Mr. Jaffer, who is set to argue the case on behalf of the plaintiffs, said he is hopeful the justices will agree with the appeals court that the constitutionality of the surveillance program can be tested in court.

“The court of appeals rightly held that our clients have the right to challenge the law, because the substantial risk that their communications will be monitored under it has compelled them to take costly measures to protect sensitive and privileged information,” he said.

US Solicitor General Donald Verrilli counters that those seeking to challenge surveillance laws must offer more than just a fear of being monitored.

“Respondents' case for standing depends entirely upon speculation,” he said in his brief to the court.

“Lacking any evidence of concrete government action that has, or will, harm them, respondents offer conjecture about the nature and scope of potential surveillance,” he wrote.

Such conjecture cannot establish standing, he added.

If the Supreme Court agrees with the government, the case would end there. On the other hand, if a majority of justices uphold the appeals court, the case will return to federal court for a trial examining the constitutionality of the surveillance law.

At issue in the underlying dispute, is a substantial shift in the way the US government justifies its surveillance operations. Prior to the new law, both law enforcement and intelligence agencies seeking to conduct electronic surveillance within the US had to justify the effort by revealing the potential target and proving to a neutral judge that the government had probable cause to believe the targeted individual was involved in activities justifying the surveillance.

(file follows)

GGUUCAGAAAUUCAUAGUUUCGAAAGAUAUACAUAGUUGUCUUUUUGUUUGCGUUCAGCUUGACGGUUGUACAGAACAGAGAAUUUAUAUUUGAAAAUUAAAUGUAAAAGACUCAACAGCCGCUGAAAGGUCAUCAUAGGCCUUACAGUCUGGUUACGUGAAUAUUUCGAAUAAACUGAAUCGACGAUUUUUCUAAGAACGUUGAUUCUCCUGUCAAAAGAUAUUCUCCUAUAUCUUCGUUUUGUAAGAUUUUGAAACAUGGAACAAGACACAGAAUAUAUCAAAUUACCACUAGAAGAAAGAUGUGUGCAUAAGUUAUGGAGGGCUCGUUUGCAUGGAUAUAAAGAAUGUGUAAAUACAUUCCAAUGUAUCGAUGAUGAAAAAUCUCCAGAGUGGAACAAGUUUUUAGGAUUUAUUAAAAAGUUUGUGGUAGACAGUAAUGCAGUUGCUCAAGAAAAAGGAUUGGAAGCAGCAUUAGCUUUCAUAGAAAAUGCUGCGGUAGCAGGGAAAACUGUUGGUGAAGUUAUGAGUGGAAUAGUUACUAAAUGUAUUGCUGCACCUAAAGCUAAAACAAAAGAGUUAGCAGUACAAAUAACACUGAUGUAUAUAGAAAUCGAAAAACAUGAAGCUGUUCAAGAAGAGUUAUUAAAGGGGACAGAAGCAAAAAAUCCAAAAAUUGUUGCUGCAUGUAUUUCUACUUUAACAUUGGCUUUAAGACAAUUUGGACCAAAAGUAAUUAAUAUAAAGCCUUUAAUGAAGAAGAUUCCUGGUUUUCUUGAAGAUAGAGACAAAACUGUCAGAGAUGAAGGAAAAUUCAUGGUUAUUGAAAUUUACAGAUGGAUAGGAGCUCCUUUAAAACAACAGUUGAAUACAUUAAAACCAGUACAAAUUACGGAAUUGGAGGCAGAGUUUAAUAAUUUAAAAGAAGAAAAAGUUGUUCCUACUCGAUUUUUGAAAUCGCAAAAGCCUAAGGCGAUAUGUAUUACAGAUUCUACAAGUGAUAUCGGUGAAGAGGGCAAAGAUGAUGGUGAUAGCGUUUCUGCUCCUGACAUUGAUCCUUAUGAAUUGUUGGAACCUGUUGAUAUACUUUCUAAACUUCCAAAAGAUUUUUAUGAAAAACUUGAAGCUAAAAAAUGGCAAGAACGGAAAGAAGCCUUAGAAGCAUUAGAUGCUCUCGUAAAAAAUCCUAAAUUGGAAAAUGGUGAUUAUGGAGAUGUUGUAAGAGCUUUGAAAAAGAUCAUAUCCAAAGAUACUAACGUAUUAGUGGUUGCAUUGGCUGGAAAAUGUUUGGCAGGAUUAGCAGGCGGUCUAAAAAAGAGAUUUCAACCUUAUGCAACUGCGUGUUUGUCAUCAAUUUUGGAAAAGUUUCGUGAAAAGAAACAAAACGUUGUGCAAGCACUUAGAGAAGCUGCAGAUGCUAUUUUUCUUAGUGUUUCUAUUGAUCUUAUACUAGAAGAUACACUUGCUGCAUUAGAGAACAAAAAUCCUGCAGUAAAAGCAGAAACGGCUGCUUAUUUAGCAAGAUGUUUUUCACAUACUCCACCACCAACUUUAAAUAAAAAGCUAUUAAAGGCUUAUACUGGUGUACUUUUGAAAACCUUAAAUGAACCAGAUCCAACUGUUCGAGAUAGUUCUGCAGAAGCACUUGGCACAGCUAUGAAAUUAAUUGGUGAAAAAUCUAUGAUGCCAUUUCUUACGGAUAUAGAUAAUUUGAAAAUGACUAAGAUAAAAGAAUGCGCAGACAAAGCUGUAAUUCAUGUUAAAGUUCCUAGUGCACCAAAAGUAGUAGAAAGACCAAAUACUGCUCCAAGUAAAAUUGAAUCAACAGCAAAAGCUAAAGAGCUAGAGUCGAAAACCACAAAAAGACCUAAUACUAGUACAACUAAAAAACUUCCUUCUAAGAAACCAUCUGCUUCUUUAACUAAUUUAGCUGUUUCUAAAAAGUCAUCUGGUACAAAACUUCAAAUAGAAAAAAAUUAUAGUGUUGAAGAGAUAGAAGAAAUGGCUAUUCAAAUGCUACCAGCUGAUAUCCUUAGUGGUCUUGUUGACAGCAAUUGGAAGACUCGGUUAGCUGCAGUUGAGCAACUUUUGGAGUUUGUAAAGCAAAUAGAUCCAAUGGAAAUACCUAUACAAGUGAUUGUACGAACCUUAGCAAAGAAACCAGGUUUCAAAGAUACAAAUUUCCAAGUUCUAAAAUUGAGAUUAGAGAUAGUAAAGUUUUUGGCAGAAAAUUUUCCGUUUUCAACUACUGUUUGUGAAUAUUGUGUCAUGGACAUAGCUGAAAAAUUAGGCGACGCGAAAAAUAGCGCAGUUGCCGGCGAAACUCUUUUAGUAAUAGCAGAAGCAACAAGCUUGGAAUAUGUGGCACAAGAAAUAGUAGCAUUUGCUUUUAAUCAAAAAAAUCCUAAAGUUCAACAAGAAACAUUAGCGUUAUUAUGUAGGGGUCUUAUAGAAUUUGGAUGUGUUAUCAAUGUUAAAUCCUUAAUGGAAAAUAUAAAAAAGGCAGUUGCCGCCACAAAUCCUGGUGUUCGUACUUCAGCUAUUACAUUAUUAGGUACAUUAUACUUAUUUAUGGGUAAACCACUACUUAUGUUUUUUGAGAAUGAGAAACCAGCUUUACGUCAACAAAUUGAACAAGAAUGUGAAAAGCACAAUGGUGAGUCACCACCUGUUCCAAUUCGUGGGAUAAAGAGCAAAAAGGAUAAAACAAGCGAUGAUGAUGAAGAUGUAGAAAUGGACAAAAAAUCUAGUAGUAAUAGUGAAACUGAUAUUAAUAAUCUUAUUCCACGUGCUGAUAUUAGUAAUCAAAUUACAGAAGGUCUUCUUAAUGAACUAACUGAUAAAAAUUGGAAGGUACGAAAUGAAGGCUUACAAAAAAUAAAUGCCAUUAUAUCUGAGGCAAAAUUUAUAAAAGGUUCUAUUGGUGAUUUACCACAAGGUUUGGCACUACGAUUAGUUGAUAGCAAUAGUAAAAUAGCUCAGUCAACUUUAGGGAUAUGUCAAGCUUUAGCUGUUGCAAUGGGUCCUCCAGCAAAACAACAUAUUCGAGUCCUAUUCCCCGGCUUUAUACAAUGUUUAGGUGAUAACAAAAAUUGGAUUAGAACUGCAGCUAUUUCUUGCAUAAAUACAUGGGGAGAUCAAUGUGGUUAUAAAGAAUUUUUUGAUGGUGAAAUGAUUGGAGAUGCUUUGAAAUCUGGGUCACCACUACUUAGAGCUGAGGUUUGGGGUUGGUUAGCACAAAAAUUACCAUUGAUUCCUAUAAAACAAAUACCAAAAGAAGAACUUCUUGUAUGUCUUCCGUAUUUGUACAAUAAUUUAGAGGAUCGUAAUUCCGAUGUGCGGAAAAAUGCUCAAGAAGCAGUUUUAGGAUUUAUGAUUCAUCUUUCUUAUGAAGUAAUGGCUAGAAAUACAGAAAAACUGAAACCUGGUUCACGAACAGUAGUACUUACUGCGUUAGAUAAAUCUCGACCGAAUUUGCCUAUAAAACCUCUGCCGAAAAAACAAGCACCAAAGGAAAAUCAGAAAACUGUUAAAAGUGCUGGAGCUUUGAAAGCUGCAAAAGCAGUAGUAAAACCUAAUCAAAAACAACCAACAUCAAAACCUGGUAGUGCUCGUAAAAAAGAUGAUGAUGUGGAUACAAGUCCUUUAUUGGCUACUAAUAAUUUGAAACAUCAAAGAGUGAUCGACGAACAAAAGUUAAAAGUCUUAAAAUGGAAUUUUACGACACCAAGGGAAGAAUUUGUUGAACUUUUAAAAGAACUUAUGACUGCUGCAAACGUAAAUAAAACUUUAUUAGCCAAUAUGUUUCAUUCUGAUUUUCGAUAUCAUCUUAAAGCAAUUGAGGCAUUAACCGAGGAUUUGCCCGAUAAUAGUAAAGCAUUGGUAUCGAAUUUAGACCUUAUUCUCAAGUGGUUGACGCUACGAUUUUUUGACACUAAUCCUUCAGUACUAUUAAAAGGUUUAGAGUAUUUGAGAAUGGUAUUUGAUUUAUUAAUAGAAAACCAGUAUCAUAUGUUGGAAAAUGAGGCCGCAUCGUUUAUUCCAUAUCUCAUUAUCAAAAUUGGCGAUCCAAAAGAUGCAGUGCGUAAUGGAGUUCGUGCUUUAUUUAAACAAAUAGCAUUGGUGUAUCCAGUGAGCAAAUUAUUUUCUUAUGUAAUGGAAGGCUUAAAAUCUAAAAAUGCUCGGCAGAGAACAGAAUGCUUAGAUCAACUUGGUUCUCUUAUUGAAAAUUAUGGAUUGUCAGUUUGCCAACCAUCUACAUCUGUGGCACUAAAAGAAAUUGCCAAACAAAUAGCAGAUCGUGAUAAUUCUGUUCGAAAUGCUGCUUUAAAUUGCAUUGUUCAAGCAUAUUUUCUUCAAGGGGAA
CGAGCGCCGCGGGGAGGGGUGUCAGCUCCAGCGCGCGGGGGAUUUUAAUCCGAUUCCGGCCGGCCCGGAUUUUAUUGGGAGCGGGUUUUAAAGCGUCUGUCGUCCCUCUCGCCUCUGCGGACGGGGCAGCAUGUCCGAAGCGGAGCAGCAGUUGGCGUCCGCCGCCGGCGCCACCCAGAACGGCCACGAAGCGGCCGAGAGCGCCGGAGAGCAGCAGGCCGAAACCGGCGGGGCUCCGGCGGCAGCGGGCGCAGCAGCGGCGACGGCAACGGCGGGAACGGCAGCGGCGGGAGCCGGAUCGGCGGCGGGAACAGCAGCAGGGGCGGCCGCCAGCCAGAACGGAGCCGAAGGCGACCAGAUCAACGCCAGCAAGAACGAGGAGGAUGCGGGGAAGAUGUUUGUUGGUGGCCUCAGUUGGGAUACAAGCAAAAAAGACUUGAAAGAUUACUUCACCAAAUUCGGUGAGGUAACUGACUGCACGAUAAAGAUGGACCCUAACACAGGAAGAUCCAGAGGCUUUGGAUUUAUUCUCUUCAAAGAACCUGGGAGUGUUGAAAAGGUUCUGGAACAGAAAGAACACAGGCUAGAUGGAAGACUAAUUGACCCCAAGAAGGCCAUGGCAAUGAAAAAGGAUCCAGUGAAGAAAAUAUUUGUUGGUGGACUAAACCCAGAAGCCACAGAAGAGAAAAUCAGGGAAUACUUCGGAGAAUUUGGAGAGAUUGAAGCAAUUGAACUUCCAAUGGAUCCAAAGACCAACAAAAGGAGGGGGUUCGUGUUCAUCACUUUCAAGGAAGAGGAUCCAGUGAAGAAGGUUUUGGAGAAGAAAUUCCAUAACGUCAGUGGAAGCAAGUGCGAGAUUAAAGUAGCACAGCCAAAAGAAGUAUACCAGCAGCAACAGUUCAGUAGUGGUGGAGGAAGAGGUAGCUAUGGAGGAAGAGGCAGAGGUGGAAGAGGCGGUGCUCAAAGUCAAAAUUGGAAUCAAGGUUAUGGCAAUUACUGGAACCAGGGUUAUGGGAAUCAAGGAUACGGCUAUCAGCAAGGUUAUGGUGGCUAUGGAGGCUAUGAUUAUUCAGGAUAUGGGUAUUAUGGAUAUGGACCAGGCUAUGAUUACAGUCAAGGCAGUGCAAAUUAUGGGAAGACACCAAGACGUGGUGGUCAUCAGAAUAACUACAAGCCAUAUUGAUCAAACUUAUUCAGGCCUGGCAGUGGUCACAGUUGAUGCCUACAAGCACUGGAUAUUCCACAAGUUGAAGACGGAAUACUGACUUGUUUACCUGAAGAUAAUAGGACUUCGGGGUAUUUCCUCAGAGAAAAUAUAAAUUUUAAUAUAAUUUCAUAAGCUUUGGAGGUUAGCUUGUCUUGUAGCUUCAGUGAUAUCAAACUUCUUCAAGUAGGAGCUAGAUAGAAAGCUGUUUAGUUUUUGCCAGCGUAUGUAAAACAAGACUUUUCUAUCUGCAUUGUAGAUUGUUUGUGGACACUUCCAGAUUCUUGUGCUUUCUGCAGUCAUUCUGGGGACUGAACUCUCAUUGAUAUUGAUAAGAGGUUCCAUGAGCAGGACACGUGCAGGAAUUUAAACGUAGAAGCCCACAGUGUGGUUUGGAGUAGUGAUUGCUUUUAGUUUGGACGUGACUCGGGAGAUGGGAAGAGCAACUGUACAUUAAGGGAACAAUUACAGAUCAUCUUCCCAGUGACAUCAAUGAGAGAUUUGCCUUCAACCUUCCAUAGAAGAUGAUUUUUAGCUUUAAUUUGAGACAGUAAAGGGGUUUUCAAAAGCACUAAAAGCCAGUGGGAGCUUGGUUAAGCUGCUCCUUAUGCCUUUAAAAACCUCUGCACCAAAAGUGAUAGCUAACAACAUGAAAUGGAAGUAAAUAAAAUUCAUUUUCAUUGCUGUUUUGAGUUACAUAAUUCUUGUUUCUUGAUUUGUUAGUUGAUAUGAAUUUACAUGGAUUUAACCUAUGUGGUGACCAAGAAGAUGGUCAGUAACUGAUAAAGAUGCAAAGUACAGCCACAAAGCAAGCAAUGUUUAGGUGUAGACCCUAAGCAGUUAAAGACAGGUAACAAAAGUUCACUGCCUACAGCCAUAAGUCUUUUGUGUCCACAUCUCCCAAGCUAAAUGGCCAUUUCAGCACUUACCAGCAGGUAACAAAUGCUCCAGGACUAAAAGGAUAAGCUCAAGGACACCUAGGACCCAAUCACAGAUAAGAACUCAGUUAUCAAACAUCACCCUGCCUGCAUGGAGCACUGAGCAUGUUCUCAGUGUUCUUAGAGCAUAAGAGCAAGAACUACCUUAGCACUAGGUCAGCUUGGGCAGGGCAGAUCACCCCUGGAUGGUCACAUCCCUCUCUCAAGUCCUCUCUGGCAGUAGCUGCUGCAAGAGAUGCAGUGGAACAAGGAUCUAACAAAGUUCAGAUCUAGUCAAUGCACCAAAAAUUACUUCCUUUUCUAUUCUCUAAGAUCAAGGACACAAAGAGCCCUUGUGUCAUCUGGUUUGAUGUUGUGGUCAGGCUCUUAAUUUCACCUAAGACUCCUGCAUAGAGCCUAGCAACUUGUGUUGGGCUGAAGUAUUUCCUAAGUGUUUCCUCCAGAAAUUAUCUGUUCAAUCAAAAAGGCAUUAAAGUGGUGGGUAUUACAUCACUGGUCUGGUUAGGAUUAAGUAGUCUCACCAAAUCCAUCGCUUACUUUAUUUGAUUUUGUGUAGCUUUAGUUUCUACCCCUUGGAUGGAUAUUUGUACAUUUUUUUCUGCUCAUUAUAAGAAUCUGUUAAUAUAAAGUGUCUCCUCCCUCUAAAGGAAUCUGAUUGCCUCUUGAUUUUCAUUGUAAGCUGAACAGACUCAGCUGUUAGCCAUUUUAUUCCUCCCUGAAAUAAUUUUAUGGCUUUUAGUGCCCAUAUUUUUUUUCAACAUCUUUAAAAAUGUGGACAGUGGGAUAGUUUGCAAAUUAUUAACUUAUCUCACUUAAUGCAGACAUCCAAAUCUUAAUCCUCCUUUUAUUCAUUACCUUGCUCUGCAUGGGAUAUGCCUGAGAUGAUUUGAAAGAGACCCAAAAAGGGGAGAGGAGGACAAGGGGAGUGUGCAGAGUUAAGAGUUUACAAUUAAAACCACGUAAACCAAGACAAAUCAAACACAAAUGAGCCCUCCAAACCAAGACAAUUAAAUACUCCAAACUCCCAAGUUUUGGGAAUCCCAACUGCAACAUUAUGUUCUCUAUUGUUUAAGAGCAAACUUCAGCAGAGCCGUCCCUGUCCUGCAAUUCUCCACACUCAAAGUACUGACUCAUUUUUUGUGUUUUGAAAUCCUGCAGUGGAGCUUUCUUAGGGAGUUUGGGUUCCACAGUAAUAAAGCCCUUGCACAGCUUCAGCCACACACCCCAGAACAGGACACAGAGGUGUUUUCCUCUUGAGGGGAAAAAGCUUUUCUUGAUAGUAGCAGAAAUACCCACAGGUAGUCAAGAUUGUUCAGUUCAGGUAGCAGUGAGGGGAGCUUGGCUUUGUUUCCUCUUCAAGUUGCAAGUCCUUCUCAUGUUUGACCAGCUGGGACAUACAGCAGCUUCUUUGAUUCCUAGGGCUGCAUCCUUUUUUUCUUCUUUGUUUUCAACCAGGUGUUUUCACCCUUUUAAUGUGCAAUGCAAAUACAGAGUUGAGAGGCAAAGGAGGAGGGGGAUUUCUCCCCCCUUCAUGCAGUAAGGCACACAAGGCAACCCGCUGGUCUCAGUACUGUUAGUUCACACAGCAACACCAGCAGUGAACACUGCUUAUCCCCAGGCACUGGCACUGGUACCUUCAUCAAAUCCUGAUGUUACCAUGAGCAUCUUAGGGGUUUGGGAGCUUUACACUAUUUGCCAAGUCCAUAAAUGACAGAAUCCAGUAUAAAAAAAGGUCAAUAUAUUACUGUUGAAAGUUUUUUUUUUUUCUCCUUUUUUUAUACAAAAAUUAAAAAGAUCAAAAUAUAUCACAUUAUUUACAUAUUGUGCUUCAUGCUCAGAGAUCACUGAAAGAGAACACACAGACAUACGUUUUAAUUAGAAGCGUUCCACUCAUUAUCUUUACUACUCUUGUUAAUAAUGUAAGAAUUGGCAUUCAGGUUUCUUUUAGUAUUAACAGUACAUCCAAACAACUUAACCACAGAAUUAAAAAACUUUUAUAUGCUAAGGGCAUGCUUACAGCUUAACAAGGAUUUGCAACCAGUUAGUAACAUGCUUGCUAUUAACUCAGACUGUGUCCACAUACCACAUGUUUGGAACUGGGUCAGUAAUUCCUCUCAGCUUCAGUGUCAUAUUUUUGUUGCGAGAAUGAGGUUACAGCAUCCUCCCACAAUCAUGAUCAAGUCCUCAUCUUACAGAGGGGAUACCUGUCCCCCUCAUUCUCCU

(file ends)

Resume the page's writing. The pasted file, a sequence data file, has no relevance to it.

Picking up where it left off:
After the 911 attacks, with the US government on high alert for a potential second wave of Al-Qaeda terrorism, President Bush authorized a secret electronic surveillance program that collected massive amounts of communications data while by-passing well-established judicial oversight procedures.

The secret effort continued for years without congressional authorization. After press reports exposed the effort, Congress and the Bush administration passed a statute in July 2008 authorizing a version of the surveillance program.

Critics said it would subvert constitutional safeguards and allow dragnet surveillance of wide swaths of electronic communications without meaningful oversight.

A decision in the case is expected by the end of the court's term in June.



How to keep your child safe on Halloween

by Julie Revelant

Your children are all decked out in their Halloween costumes and raring to go trick or treating, but have you really prepared them for a safe night out? Here, read on for four ways to keep your children out of harm's way this Halloween.

1. Trick or treat together